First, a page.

When you think of Vienna, it is kind of synonymous with culture. Art, architecture, performance art, music,.. Looking back I am really happy I grew up there, since all of it would become a part of me. Whether it was learning how to play the piano from Bach to Mozart, or attending the Elmayer Etiquette and Manners school for young ladies and gents at the tender age of 15, going with my parents to the Opera, theaters and museums and finally studying architecture in Vienna. All of that contributed to who I am today. A frequent visitor of cultural establishments anywhere in the world, I was happy to do that again this time in Vienna.

The Albertina is located at the Palais Archduke Albrecht, a historic residence of the Habsburgs, just across the Vienna Opera, the very center of Vienna. The name Albertina refers to Albert Casimir, the Duke of Saxony-Teschen, son-in-law of Empress Maria Theresia, who founded the collection in Pressburg in 1776, where he was the representative of Maria Theresia for the Kingdom of Hungary. The collection comprises around one million drawings and prints from the Renaissance to the present. Since the museum acquired the Batliner collection as a loan in 2007, part of the exhibition space is no longer used for the presentation of the graphic collection, but for a permanent exhibition of classical modernism: “Monet to Picasso. The Batliner Collection”. I went to see another exhibition though, “Ways of Pointillism”, which displays works by Seurat, Signac and Van Gogh.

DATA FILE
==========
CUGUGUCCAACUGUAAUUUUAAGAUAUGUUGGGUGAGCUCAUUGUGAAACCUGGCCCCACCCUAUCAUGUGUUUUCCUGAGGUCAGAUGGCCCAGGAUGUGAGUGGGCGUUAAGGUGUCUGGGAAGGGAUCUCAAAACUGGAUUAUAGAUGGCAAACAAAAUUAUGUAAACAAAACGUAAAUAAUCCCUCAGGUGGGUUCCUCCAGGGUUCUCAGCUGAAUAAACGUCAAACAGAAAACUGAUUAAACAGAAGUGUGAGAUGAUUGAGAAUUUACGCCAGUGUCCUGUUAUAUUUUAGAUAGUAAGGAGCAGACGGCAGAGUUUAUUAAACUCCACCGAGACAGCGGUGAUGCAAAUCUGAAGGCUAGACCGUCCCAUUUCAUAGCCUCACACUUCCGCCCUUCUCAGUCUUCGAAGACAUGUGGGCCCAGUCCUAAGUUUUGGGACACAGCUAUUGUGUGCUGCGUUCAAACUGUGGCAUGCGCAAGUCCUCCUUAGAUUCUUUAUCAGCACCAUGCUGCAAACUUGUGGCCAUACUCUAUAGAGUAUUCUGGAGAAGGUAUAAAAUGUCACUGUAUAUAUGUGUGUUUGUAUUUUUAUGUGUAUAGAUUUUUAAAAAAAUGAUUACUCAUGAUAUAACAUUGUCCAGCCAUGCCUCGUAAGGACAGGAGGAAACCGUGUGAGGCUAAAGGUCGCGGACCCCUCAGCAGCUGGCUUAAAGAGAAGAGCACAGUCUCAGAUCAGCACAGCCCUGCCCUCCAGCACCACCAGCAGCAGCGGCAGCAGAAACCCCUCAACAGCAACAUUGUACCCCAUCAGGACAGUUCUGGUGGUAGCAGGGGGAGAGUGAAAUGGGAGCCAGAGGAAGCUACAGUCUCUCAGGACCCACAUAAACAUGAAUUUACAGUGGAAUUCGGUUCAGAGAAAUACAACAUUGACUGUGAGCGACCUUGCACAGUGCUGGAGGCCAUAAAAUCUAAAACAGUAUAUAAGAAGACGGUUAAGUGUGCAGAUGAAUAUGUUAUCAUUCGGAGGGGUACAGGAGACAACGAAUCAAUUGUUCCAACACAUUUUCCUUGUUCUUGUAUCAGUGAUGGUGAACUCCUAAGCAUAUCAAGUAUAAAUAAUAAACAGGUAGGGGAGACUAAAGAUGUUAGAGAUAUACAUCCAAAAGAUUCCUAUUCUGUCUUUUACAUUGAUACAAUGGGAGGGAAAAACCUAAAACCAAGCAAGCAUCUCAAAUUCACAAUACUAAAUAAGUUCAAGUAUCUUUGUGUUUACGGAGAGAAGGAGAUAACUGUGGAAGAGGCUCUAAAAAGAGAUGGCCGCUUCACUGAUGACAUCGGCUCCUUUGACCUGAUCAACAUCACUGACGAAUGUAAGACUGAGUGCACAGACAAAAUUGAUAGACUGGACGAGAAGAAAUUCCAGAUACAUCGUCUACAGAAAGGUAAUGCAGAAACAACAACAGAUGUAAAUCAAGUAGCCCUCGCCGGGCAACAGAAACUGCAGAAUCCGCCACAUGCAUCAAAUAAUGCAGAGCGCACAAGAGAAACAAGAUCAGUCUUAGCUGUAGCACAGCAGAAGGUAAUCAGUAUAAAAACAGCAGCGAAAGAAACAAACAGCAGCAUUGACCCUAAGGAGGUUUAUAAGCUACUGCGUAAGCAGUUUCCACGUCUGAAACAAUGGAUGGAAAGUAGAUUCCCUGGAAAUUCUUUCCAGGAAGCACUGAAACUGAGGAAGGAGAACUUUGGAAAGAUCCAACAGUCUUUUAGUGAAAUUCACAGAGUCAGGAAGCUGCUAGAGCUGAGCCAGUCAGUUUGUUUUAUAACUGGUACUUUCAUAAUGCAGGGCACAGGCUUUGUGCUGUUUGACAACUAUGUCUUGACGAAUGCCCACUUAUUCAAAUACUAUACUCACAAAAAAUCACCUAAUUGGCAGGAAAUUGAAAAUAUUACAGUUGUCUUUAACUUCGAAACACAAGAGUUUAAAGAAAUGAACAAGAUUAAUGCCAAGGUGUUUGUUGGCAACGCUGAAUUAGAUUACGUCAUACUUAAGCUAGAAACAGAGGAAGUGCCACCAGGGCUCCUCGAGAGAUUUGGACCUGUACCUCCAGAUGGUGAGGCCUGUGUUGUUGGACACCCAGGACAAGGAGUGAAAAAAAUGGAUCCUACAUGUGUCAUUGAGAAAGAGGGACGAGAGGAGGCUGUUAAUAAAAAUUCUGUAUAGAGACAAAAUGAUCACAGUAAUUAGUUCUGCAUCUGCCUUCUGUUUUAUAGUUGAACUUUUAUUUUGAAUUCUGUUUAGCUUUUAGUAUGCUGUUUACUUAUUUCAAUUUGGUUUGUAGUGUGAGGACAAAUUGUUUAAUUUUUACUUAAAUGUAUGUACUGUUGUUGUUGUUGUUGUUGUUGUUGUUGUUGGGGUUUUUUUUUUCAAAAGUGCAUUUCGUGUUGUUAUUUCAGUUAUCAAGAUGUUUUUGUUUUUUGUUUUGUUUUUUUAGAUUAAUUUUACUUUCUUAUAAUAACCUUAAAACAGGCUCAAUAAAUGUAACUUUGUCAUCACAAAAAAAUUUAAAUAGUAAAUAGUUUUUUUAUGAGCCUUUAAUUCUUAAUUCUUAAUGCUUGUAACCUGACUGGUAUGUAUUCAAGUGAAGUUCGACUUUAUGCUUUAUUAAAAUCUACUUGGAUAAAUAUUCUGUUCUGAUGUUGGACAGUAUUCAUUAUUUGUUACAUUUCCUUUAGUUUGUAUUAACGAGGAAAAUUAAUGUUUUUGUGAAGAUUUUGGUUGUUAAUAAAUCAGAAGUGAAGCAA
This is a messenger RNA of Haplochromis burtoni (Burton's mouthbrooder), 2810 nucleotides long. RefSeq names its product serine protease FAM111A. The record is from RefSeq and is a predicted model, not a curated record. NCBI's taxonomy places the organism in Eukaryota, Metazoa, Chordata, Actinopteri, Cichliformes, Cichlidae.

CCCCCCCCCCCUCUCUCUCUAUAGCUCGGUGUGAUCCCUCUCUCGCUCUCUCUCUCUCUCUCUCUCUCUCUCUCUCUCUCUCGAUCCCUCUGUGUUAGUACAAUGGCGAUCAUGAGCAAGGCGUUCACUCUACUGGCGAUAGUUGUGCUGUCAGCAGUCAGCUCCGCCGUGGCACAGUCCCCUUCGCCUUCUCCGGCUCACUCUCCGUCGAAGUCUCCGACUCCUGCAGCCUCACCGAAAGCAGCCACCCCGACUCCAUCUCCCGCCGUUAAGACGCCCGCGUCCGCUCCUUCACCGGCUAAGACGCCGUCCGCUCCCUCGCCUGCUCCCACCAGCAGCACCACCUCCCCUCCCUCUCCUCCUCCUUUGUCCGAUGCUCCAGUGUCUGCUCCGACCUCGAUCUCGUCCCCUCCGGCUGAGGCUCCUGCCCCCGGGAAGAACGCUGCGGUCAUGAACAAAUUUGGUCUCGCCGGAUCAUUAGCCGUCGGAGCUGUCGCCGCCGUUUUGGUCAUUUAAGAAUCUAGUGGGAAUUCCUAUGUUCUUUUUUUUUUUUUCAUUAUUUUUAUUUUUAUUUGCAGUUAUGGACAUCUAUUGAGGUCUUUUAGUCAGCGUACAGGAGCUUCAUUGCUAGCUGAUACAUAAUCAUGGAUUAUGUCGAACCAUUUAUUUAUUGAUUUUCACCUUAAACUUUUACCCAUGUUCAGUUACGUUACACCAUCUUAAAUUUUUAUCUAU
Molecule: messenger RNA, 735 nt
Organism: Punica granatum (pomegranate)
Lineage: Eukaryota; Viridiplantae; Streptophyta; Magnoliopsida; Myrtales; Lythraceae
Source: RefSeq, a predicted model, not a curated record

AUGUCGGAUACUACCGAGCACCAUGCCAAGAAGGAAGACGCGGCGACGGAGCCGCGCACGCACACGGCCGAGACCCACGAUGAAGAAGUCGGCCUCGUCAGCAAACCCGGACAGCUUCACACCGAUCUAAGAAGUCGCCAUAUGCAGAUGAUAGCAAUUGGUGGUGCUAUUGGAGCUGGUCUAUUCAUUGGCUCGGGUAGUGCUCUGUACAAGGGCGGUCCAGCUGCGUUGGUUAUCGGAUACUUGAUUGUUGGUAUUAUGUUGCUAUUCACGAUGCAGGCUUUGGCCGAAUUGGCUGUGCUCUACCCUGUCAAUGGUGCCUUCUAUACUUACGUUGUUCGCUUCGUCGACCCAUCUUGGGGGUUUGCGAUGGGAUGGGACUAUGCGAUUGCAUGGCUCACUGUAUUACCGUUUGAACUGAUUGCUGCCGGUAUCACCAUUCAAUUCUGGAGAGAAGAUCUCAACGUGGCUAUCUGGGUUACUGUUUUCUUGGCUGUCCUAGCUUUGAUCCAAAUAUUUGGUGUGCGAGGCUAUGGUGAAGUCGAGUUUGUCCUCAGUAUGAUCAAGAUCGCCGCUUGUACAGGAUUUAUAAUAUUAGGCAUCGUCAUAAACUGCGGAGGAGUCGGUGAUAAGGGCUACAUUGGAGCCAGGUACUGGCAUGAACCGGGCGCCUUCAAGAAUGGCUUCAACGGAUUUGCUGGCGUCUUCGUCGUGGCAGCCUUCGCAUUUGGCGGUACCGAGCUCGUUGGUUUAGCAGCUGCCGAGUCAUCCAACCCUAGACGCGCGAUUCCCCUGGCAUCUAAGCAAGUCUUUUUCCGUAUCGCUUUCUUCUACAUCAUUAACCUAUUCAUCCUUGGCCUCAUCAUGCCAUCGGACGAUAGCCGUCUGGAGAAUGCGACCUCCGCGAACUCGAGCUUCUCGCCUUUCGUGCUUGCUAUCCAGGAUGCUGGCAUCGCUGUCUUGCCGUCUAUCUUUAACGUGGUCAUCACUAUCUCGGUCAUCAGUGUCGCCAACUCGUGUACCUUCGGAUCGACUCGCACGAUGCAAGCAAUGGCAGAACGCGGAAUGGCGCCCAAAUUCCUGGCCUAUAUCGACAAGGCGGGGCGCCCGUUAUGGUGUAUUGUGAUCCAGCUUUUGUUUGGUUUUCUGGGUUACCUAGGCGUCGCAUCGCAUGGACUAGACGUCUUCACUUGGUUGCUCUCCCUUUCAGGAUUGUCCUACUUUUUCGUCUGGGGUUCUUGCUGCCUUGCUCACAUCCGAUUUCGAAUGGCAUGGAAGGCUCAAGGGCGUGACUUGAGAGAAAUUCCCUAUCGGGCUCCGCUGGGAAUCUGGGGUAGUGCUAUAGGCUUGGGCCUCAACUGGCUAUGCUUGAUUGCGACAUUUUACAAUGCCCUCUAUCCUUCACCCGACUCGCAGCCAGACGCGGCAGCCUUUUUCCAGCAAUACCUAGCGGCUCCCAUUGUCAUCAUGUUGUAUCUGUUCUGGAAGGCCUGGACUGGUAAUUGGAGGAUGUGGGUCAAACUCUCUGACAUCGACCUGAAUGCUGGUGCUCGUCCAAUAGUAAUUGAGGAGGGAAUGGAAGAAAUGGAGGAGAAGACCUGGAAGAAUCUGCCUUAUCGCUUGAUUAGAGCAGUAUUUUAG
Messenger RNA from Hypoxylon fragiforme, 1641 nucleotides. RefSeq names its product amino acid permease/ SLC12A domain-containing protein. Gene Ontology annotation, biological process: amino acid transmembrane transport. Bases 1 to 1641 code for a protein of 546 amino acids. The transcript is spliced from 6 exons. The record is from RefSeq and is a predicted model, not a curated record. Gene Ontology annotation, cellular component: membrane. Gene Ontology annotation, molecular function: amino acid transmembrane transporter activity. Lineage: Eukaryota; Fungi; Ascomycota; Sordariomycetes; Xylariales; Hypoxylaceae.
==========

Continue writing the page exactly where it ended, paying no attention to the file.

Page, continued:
At the Albertina Terrace across the Vienna State Opera. – The obligatory blogger photo.

Another cultural establishment that I can highly recommend is the MQ – Museumsquartier Wien. Hosting four major museums, the Leopold Museum, Kunsthalle, Museum of Modern Art and the Austrian Architecture Museum, accompanied by even greater restaurants and food, and an exceptional book store, one never gets bored and could easily spend the whole day.

At the #moma.

Vienna has come a long way. From a traditional and quite protected city of the 1980s and 1990s, it used its tradition as a protection shield from the world, not wanting to compete with it, thinking it is special as it is with its music and opera and the glorious past of the Habsburgs. Using its status of strict neutrality, Austria was able to accumulate lots of wealth in the post war time and Vienna as an international city, hosting many international organizations, it was always attractive to the big investors, especially from the Middle East. Back in the time though the city was inhabited mostly by the elderly and the town was beautiful but sleepy. Just like a museum. 30 years later, with the opening of borders, new life came to Vienna and the city started to keep pace with the changing trends in the world. Still loyal to its tradition, but at the same time keeping up with the world, the city is in the process of transforming itself to a real global city with lots of benefits. I am happy to call Vienna my home.

Swedish Avenue December 18, 2016